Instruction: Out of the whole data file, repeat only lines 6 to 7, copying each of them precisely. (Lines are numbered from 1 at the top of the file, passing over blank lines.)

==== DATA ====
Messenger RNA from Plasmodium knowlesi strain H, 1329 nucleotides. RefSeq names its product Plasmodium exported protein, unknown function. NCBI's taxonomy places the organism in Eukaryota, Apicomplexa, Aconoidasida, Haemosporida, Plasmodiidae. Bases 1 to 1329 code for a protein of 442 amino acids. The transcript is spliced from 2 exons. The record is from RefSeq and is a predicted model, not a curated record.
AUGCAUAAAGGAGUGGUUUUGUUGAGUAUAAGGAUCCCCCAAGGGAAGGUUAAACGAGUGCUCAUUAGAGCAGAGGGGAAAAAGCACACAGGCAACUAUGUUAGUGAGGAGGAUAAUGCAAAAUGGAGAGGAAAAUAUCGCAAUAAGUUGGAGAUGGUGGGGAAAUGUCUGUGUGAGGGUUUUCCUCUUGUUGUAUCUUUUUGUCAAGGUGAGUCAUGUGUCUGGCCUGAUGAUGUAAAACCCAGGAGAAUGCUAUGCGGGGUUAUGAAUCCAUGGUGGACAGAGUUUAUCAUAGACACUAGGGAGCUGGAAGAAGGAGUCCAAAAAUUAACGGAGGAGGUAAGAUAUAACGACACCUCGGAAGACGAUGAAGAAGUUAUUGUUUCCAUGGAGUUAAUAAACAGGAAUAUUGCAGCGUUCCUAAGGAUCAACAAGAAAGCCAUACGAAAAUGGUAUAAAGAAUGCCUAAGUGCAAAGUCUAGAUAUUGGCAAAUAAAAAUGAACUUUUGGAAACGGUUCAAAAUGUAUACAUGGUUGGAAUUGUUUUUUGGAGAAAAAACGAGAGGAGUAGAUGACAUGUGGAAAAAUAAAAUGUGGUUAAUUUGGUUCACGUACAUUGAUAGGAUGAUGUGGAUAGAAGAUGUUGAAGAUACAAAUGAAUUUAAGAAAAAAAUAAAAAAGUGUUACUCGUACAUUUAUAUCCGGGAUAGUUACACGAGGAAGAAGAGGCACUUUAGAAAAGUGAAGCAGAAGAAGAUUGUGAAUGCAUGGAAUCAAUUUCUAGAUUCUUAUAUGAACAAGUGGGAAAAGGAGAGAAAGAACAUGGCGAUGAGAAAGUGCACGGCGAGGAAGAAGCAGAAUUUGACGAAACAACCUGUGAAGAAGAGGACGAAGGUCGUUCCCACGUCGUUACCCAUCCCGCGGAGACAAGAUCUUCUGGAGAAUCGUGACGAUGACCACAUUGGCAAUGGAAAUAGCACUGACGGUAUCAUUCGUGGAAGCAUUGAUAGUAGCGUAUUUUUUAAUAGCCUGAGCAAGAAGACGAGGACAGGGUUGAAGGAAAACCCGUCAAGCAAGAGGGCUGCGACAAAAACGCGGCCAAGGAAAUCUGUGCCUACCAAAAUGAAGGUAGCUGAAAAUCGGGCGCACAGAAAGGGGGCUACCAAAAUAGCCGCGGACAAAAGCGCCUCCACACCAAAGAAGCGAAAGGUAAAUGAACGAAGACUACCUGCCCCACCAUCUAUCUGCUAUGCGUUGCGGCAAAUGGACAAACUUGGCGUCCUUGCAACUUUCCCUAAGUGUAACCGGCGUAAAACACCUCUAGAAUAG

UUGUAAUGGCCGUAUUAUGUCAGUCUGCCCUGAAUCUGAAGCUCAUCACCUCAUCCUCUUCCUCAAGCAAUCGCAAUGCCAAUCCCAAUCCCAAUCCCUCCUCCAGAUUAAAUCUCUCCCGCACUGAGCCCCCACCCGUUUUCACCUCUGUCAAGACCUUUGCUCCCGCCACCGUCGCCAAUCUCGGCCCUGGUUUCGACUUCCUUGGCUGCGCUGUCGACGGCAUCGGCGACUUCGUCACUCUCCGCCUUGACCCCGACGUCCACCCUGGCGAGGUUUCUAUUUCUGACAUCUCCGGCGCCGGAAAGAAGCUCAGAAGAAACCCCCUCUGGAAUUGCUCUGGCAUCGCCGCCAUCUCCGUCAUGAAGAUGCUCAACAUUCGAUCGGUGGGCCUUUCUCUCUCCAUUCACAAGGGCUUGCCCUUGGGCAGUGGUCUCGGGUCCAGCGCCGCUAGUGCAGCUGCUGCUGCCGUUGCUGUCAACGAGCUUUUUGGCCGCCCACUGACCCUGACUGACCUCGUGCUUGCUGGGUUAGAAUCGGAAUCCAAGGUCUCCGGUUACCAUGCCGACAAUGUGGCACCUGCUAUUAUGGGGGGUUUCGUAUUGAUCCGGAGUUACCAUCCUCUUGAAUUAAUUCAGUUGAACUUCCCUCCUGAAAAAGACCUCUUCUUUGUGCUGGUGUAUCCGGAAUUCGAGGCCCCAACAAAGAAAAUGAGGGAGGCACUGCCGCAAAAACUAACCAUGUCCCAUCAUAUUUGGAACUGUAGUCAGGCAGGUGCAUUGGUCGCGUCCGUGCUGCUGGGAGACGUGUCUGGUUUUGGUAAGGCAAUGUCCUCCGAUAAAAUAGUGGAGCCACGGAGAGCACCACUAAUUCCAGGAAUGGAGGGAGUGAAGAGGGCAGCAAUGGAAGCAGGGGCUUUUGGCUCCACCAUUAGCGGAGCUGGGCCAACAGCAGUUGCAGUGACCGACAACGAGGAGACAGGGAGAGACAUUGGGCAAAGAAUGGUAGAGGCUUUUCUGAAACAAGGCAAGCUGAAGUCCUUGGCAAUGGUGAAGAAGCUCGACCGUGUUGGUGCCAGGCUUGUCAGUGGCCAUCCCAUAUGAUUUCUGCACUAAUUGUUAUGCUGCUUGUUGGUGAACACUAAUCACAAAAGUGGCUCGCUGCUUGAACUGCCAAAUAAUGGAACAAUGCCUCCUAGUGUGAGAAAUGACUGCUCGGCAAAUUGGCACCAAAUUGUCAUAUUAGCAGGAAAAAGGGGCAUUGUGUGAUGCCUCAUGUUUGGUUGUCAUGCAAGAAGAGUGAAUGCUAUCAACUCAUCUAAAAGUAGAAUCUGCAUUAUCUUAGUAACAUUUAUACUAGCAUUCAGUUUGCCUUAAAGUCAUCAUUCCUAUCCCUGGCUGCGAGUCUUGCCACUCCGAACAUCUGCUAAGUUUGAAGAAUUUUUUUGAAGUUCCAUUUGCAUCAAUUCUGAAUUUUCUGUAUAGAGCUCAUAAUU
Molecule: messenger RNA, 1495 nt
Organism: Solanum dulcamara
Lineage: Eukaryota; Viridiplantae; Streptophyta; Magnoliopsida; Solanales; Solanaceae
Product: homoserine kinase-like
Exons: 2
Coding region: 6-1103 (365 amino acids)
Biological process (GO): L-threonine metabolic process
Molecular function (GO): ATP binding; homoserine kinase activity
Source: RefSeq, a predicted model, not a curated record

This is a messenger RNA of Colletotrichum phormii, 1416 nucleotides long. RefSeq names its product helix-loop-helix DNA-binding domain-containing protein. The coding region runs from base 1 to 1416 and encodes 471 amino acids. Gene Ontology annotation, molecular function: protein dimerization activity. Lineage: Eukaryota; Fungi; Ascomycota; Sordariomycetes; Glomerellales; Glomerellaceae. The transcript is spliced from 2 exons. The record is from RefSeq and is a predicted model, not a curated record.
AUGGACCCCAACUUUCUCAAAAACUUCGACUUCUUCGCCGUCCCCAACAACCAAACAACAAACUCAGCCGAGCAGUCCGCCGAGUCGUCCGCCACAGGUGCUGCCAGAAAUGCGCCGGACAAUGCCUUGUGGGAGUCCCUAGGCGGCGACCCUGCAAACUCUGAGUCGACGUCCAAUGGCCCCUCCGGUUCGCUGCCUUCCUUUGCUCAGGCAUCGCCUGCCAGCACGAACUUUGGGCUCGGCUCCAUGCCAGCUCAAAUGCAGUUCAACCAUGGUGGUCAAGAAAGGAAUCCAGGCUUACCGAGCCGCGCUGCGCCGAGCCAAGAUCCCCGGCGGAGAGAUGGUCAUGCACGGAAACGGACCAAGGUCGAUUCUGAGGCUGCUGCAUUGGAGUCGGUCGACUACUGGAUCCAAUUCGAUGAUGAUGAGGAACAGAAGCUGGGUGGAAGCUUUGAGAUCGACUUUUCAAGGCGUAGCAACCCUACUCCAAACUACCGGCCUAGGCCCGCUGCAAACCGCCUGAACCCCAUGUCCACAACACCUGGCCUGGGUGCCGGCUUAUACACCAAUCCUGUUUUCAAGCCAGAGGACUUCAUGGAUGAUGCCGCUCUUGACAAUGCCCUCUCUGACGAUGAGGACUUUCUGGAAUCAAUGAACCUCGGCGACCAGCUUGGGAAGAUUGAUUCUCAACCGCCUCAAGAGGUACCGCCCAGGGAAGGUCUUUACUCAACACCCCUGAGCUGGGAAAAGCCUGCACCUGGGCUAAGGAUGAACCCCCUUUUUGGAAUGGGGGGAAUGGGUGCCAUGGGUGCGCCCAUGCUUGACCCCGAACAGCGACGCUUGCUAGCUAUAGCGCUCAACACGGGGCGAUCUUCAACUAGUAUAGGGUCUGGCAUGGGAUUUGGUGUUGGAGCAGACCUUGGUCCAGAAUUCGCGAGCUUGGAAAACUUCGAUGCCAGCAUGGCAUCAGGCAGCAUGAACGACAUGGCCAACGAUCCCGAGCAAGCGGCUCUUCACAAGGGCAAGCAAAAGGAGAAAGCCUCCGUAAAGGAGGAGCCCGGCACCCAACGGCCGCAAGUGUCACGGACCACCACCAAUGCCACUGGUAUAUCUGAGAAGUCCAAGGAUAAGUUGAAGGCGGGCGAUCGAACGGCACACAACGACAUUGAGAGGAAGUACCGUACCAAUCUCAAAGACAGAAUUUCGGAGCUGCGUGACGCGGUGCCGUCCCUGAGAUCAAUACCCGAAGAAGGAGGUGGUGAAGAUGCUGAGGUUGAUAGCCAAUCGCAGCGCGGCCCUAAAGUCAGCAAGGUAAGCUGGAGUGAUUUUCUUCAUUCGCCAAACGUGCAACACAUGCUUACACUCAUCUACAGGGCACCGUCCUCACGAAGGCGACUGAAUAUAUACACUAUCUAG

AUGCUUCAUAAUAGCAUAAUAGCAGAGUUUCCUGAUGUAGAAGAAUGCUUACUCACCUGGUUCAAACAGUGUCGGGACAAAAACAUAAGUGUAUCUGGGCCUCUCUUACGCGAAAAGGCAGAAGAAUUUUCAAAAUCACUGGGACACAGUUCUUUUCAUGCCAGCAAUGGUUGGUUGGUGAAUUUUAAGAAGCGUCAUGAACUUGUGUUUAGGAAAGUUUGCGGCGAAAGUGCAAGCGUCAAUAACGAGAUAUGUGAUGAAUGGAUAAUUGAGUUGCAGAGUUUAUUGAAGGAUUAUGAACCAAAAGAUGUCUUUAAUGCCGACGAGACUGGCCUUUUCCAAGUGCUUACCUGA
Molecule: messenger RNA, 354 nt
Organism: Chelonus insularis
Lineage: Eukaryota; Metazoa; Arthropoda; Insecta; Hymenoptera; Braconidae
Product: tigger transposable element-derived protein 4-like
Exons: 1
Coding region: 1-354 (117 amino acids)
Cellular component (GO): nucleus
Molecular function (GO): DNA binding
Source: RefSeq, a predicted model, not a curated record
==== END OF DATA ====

Lineage: Eukaryota; Viridiplantae; Streptophyta; Magnoliopsida; Solanales; Solanaceae
Product: homoserine kinase-like